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Old 06-06-2010, 05:32 AM  
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Hi Everyone,

What is the purpose of concrete in building fence posts? Is it only to prevent the wood in the ground from rotting or does it also provide structural support?

Is it a good idea to install fence posts without concrete? Are there any other options?

I am planning on building a 6 ft fence and would like to get it as close to the property line as possible since I have limited space.

Any information is very much appreciated.



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Old 06-06-2010, 05:51 AM  
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I've installed them both ways. When you use concrete, it does help the stability especially if you are digging in solid ground like clay. It allows the post to be instantly anchored in solid, undisturbed ground. If you don't use concrete, backfilling with dirt will never be as solid until the fill dirt settles.

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Old 06-06-2010, 09:16 AM  
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The concrete in the base makes the width greater and provides more lateral resistance than you can get from any post by itself.

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Old 06-06-2010, 10:24 AM  
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You can use dirt to backfill with but don't just wait for the dirt to settle, you want to tamp the dirt back into the hole. Unless you are using a 8X8 post when done should have very little dirt left to mound around the post. Have done it this way for MANY years on the farm, both corner and line post and never had any trouble.
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Old 06-07-2010, 07:43 PM  
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If you do use concrete around your fence posts, go to any place that sells re-bar, and you should be able to find rebar twisted into a circle and the ends welded together. They are very inexpensive. Drop one of these over your fence post every couple of shovel fulls of cement and it will prevent the concrete around your post from cracking radially.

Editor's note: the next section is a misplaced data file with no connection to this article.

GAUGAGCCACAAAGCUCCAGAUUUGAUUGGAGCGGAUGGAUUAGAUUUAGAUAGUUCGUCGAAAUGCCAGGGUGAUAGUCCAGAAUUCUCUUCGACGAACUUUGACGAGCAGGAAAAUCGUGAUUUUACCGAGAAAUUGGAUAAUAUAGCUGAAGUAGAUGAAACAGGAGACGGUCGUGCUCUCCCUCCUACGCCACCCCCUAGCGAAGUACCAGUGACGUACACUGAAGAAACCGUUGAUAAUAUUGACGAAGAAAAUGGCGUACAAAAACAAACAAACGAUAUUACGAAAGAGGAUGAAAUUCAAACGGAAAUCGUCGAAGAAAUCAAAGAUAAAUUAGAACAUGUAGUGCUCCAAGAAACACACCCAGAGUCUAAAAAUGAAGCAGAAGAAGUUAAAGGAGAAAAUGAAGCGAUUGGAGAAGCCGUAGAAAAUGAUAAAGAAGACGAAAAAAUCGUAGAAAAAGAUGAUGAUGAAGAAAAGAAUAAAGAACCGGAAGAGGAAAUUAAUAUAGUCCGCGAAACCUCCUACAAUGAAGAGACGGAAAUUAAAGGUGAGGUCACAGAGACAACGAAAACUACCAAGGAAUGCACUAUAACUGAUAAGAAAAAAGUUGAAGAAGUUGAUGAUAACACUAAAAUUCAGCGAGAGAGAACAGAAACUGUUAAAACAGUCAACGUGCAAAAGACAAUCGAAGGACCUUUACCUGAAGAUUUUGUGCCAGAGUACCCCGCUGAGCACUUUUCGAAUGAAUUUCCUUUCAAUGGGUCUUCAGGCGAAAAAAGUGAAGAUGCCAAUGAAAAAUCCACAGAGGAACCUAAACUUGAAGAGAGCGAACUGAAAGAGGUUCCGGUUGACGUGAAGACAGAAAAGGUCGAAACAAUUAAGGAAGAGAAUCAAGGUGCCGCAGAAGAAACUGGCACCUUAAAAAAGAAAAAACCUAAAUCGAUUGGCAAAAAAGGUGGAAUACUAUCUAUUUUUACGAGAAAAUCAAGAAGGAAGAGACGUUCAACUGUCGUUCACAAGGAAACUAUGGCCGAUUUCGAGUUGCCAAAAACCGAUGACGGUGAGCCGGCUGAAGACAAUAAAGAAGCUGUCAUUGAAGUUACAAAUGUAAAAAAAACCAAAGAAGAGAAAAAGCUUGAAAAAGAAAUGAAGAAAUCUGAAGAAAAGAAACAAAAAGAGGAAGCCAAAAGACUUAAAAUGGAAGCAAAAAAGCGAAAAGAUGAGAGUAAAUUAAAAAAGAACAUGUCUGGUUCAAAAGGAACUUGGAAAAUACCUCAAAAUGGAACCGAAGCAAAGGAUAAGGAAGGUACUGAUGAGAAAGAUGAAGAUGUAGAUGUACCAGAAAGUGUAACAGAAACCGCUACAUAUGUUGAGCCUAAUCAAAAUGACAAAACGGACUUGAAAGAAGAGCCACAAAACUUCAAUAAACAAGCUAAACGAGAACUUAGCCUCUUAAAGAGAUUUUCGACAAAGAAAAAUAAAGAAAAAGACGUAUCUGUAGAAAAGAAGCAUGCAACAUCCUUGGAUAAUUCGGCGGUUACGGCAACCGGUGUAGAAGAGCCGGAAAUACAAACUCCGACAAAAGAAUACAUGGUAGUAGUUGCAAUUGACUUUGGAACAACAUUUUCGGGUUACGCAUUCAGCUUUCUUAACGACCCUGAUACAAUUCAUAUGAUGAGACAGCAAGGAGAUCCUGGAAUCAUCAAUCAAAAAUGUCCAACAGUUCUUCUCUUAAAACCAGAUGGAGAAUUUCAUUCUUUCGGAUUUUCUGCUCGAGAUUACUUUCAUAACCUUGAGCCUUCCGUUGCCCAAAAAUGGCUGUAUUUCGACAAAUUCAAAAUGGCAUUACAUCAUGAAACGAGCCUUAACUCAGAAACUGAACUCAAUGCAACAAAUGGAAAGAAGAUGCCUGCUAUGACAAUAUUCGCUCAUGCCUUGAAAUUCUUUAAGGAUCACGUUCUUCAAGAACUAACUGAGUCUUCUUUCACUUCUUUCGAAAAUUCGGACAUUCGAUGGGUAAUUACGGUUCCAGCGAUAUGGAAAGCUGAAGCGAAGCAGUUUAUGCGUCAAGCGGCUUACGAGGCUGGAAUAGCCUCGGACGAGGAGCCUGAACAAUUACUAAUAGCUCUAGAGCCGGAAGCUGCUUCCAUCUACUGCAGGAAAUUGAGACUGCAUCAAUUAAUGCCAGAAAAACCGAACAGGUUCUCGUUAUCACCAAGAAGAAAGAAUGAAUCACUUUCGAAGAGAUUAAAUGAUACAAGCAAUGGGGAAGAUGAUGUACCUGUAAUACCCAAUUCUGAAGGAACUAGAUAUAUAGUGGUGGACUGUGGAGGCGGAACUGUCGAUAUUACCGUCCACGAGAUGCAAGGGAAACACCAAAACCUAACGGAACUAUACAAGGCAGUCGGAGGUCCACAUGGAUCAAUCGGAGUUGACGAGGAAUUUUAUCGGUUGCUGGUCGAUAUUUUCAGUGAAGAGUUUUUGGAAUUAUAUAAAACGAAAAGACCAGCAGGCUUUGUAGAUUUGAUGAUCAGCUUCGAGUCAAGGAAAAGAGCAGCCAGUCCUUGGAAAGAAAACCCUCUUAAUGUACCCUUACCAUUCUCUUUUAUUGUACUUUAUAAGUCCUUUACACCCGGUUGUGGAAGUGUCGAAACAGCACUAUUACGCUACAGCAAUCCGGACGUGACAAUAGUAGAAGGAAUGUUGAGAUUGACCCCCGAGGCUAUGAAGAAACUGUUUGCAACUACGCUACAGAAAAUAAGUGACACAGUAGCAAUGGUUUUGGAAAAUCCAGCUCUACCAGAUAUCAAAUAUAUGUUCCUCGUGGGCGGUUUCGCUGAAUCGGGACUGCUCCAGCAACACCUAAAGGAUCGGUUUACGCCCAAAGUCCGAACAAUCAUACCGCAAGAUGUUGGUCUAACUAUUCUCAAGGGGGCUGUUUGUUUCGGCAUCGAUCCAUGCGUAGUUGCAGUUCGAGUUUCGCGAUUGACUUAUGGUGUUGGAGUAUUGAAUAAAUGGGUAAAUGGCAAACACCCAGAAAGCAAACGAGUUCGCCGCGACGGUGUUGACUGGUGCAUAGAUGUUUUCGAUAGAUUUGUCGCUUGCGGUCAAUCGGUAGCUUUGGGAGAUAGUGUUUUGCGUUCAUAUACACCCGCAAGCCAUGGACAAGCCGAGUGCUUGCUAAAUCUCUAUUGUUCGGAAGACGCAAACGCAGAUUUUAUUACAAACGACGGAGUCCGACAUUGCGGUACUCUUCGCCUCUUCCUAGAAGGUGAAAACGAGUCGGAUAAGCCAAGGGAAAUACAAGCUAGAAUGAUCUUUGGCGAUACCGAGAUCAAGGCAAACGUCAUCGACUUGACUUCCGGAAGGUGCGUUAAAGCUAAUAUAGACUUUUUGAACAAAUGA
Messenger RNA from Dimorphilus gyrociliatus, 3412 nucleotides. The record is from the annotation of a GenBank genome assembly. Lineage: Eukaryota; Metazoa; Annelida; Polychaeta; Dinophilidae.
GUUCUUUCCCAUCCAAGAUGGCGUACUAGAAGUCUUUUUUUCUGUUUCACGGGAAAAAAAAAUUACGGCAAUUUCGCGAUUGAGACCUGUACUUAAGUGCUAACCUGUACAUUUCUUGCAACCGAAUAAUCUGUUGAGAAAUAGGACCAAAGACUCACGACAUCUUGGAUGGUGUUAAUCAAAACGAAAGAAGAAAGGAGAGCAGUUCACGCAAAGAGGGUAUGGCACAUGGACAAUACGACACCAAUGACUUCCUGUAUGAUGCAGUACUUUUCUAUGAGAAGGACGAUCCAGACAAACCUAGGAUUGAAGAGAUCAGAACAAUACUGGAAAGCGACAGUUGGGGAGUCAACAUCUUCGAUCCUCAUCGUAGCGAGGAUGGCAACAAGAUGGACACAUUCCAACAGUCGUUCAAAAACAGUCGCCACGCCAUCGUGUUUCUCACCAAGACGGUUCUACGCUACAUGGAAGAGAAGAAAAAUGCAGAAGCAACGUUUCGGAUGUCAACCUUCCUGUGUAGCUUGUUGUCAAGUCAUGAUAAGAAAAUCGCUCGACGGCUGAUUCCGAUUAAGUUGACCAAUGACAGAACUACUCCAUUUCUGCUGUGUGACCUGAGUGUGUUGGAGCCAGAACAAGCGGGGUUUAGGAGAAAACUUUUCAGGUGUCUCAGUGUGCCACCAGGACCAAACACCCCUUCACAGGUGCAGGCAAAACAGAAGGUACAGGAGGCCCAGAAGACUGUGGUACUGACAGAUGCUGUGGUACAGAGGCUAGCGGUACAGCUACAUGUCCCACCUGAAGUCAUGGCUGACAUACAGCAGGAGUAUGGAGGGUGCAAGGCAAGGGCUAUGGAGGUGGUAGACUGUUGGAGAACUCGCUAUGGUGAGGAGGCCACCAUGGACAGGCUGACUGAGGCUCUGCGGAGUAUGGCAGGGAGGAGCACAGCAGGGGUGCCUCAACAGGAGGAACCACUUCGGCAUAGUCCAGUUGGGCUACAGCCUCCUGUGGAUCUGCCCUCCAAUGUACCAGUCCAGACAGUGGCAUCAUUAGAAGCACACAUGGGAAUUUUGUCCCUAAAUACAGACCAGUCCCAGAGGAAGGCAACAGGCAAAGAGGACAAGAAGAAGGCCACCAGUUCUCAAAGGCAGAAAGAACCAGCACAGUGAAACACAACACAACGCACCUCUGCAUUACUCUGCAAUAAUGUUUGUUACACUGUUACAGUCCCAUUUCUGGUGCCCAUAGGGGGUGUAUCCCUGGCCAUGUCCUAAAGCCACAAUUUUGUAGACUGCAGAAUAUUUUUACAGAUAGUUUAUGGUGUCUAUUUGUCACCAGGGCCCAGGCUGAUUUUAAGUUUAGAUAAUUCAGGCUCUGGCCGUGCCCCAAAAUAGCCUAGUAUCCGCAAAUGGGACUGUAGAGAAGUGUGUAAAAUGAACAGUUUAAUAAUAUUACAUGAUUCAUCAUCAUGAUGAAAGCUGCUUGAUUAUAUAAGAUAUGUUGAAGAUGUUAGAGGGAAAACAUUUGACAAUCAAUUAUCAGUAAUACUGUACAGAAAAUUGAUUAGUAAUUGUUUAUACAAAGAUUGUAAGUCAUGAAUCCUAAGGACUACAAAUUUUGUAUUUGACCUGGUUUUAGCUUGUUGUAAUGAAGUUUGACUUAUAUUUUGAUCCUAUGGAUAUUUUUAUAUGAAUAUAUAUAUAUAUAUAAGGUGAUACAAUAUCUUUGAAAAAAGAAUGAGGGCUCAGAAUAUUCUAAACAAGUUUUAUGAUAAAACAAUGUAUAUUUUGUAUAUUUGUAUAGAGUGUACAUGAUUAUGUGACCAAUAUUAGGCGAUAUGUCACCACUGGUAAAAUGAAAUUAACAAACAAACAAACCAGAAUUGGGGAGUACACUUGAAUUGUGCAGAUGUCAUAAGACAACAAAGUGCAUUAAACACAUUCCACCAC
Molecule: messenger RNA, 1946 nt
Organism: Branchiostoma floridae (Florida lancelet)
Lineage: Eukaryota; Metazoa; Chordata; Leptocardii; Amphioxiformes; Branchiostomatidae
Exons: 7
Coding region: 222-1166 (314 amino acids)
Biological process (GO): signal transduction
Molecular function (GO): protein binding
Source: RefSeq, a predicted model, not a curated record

Also, taper the top of the concrete so that it sheds water away from the post, and cover the concrete with plastic while it cures. That will keep water from evaporating from the concrete, and the result will be that the concrete will cure harder.

And, when I built my electrified parking fence, I tapered the tops of the posts by cutting both sides with a circular saw set with the blade at a 10 degree angle. Then, I had "roofs" made of 1/8 inch thick plate steel and had them bent in the middle to a 20 degree angle and glued them to the tops of the posts with LePage's PL Premium construction adhesive. Those steel roofs keep rain water from getting into the tight crevices where the fence horizontal pieces attach to the posts, since it's water getting into those places and pooling there that results in wood rot. The bigger the "roof" you can put on top of each fence post, the dryer the post will be and the less liklihood that you'll ever have any wood rotting on your fence.
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Old 06-07-2010, 09:15 PM  
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And, when I built my electrified parking fence, QUOTE]

Ummmm...tell me more about your electrified parkin fence.
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Old 06-08-2010, 01:29 AM  
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You can also backfill ~75% of the whole with crushed concrete and then top off with the removed dirt. If you tamp that down it works just as well without needing to mix concrete.

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